Chapter 7. Validating input fields

Index

Using on_validate()

An input field often represents a data type that's not just a boring, plain text string. An input field, for example, may prompt for an integer that should be an int. It becomes necessary to take the free-form text entered into the input field and parse it into an int.

A validated input field is an input field whose entered text gets validated and stored in a std::optional<type>. The type might be an int or some other data type that represents the entered text. The entered text gets successfully validated and converted to the type, and stored into the std:optional. A std::nullopt std:optional indicates that no value is yet entered in the input field, or the entered text cannot be converted into the type.

/*
** Copyright 2018-2019 Double Precision, Inc.
** See COPYING for distribution information.
*/

#include "config.h"
#include "close_flag.H"

#include <x/exception.H>
#include <x/destroy_callback.H>

#include <x/w/main_window.H>
#include <x/w/gridlayoutmanager.H>
#include <x/w/gridfactory.H>
#include <x/w/label.H>
#include <x/w/text_param_literals.H>
#include <x/w/input_field.H>
#include <x/w/container.H>

#include <x/weakcapture.H>

#include <string>
#include <iostream>
#include <sstream>
#include <optional>

std::tuple<x::w::validated_input_field<char>,
	   x::w::validated_input_field<int>>
create_mainwindow(const x::w::main_window &main_window,
		  const close_flag_ref &close_flag)
{
	x::w::gridlayoutmanager
		layout=main_window->get_layoutmanager();

	layout->row_alignment(0, x::w::valign::middle);

	x::w::gridfactory factory=layout->append_row();

	factory->create_label("Enter a letter, A-Z:");

	x::w::input_field_config config{3};

	config.alignment=x::w::halign::center;
	config.maximum_size=1;

	auto field=factory->create_input_field("", config);

	// set_validator() installs a closure that validates the input field.
	//
	// The closure must return a std::optional<T>, where T is the validated
	// value type.
	//
	// The closure's first parameter must be either a std::string or a
	// std::u32string, and this is what was entered into the input field,
	// with leading and trailing whitespace trimmed off.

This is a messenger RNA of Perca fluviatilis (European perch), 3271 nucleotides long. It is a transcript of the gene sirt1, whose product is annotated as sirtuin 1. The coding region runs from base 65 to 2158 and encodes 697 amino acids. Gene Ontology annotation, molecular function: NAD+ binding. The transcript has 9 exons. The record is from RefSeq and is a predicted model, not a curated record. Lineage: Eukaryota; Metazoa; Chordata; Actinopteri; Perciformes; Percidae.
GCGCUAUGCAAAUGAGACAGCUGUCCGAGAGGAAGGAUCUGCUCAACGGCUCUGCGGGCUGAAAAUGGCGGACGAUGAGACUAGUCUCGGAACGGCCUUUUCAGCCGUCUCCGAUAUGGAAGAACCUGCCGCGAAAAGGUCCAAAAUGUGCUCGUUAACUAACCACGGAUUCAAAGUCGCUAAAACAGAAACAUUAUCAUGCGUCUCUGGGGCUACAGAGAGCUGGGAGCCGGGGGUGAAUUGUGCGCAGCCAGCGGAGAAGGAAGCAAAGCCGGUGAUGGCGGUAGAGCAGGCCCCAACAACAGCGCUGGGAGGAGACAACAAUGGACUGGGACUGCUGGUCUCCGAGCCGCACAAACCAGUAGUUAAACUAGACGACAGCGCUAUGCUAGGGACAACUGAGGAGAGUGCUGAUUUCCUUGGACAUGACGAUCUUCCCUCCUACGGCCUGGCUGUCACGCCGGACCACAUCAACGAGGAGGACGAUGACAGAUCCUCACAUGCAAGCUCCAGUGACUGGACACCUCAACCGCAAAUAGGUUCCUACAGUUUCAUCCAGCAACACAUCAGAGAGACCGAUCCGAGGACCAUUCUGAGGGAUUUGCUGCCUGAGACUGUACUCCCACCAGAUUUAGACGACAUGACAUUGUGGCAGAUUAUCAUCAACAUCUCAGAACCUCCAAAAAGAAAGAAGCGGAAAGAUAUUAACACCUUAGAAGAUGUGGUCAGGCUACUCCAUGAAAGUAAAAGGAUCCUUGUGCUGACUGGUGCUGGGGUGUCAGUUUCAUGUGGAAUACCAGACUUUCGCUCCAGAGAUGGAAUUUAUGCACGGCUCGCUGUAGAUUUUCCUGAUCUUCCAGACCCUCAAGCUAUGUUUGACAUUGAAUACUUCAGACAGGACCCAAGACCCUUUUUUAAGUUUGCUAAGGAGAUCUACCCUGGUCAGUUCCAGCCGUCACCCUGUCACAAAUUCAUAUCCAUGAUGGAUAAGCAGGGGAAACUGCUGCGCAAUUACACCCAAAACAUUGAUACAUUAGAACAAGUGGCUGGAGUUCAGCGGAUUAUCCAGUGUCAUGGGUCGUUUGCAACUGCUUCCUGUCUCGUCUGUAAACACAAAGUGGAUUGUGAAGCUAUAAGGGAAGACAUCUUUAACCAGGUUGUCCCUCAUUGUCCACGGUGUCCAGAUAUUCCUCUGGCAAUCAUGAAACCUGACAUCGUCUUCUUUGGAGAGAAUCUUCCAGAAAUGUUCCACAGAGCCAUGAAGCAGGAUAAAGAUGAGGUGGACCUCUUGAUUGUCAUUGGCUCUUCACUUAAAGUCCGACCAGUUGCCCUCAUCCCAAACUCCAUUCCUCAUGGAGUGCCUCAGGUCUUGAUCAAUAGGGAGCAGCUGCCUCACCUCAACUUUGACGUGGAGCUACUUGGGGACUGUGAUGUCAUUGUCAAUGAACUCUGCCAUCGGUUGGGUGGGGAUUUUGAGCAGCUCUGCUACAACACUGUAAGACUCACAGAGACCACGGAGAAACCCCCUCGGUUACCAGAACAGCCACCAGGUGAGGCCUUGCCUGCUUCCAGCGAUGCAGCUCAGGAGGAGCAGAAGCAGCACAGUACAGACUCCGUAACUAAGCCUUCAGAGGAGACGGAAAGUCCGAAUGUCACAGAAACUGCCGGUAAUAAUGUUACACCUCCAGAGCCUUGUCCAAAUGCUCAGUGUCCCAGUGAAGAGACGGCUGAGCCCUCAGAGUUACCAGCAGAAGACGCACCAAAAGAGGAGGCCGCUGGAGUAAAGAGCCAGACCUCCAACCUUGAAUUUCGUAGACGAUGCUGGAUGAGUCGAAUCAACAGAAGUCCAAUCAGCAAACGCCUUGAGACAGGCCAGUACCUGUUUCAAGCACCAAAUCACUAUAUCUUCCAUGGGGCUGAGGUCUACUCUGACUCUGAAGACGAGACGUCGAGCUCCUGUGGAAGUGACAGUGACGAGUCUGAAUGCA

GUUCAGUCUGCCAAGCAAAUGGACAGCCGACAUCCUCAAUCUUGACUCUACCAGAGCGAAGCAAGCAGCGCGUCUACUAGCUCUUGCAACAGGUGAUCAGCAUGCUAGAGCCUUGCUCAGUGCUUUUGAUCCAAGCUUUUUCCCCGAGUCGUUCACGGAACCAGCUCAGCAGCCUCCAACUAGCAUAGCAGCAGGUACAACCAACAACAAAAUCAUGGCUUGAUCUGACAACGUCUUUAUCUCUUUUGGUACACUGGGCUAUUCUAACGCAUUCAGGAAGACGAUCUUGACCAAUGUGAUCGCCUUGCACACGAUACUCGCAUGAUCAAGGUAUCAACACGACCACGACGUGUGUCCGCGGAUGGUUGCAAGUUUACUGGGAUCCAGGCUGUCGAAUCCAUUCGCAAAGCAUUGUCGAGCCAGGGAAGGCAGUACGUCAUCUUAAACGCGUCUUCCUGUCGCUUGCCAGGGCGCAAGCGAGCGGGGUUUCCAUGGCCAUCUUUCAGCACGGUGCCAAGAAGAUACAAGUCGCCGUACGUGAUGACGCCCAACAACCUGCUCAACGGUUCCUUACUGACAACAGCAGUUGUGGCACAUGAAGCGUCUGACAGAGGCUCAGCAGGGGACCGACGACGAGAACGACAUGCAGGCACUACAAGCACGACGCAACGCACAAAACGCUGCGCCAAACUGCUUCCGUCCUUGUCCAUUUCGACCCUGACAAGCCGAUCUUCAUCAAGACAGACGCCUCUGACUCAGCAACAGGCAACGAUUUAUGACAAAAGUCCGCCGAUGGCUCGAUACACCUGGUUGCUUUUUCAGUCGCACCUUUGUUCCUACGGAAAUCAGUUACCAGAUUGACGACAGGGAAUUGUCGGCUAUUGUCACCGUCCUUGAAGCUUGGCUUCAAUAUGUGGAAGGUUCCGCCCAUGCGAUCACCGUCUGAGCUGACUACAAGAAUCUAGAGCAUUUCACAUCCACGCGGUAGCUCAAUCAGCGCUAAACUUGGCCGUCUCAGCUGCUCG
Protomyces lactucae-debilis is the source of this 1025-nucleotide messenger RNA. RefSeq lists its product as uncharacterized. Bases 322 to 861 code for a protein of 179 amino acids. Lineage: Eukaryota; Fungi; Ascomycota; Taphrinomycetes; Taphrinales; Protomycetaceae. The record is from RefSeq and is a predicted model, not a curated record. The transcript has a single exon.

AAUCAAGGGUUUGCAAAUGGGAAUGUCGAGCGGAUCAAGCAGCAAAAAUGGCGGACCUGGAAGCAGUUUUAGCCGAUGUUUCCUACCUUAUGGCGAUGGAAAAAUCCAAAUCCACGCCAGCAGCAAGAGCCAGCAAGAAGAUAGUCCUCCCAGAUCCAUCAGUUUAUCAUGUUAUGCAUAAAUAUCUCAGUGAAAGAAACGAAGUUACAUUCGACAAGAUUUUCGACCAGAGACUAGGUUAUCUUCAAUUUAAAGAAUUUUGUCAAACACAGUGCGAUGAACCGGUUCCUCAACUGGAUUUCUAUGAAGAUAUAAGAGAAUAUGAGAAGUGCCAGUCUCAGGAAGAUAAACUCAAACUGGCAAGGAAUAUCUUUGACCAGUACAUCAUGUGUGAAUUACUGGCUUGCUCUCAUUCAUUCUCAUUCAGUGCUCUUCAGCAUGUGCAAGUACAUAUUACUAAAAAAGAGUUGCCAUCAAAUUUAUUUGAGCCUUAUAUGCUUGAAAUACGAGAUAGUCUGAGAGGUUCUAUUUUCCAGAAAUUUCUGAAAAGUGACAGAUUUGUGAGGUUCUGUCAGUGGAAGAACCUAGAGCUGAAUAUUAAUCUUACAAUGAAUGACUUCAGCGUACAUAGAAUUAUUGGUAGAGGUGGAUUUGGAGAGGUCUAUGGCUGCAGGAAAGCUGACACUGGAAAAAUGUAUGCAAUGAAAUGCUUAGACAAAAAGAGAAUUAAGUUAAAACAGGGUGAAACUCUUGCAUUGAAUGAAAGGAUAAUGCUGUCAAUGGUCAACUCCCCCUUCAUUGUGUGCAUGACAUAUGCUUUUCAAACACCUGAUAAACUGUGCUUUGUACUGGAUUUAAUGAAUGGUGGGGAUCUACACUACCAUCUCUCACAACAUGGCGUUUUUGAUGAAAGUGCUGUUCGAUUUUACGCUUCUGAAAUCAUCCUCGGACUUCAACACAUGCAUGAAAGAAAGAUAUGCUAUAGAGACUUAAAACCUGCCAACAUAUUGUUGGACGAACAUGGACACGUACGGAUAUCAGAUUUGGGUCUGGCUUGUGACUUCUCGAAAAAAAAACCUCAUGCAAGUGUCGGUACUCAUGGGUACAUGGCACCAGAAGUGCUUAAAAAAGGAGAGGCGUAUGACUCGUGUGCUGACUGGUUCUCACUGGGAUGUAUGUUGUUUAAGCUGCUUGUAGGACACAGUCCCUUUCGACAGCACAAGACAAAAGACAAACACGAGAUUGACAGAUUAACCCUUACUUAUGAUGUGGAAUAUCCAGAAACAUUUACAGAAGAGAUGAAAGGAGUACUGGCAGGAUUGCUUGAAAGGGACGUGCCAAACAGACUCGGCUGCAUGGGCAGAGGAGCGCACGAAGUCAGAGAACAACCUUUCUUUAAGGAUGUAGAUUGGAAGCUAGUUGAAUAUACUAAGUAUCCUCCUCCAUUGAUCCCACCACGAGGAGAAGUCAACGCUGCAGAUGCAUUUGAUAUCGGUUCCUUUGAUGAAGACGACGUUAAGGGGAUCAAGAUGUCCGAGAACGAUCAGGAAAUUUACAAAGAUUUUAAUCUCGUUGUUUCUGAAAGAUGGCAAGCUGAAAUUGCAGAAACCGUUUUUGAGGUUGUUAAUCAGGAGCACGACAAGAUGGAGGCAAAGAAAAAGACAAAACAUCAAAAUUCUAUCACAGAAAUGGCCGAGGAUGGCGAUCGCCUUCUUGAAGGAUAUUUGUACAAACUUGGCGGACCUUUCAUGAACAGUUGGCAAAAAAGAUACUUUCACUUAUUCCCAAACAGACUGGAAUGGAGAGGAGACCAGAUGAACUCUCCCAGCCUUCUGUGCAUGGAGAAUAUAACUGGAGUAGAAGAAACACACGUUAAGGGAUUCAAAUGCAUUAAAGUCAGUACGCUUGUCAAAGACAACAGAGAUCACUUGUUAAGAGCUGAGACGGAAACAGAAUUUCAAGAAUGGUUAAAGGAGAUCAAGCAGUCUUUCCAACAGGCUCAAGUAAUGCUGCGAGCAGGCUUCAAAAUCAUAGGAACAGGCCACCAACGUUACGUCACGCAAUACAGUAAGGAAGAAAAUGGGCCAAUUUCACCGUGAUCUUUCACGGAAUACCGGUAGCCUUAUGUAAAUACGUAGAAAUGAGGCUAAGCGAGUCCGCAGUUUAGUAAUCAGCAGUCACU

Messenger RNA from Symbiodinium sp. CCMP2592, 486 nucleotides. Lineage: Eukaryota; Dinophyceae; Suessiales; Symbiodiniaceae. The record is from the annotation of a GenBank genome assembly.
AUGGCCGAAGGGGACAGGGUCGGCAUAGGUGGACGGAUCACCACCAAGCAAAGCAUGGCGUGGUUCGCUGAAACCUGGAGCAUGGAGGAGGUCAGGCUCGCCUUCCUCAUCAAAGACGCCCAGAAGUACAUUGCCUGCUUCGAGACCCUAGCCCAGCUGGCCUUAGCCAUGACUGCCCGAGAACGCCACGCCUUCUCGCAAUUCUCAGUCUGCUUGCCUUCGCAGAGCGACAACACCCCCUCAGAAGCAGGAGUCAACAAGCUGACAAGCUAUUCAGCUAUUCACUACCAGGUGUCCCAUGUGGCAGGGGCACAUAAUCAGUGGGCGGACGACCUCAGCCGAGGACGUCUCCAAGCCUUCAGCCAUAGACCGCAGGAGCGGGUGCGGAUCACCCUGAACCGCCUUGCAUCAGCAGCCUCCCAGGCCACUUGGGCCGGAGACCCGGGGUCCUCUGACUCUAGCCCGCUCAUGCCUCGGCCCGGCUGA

//
	// The remaining parameters are a reference to our input field, that
	// gets passed in for convenience, and the triggering event.
	//
	// A std::nullopt return value indicates that the entered text failed
	// validation. It's up to the closure to report the parsing failure,
	// in some way. The passed-in input_field's stop_message() method
	// is conveniently available.
	//
	// set_validator returns an x::w::validated_input<T> object.

	x::w::validated_input_field<char> validated_char=field->set_validator
		([]
		 (ONLY IN_THREAD,
		  const std::u32string &value,
		  const x::w::input_field &field,
		  const x::w::callback_trigger_t &trigger)
		 -> std::optional<char>
		 {
			 // This field expects one character.

			 if (value.size() == 1)
			 {
				 auto c=*value.c_str();

				 // And it must be a letter, if so, the
				 // validator closure must returned the
				 // validated value.

				 if ((c >= 'a' && c <= 'z')
				     ||
				     (c >= 'A' && c <= 'Z'))
					 return c;
			 }

			 // Validation failure.

			 if (value.empty())
			 {
				 field->stop_message("Input required");
			 }
			 else
			 {
				 field->stop_message("Letter 'A'-'Z' required");
			 }

			 return std::nullopt;
		 },

		 // The second parameter to set_validator() is a closure which
		 // receives the most recently validated value, which may be
		 // null if the most recently entered did not pass validation.
		 //
		 // The closure can return either a std::string or a
		 // std::u32string, which becomes the contents of the input
		 // field.
		 []
		 (const std::optional<char> &v) -> std::u32string
		 {
			 if (!v)
				 return U"";

			 char32_t c=*v;

			 if (c >= 'a' && c <= 'z')
				 c += 'A'-'a';

			 return {&c, &c+1};
		 });

	factory=layout->append_row();

	factory->create_label("Enter a number, 0-49:");

	config=x::w::input_field_config{3};

	config.alignment=x::w::halign::right;
	config.maximum_size=2;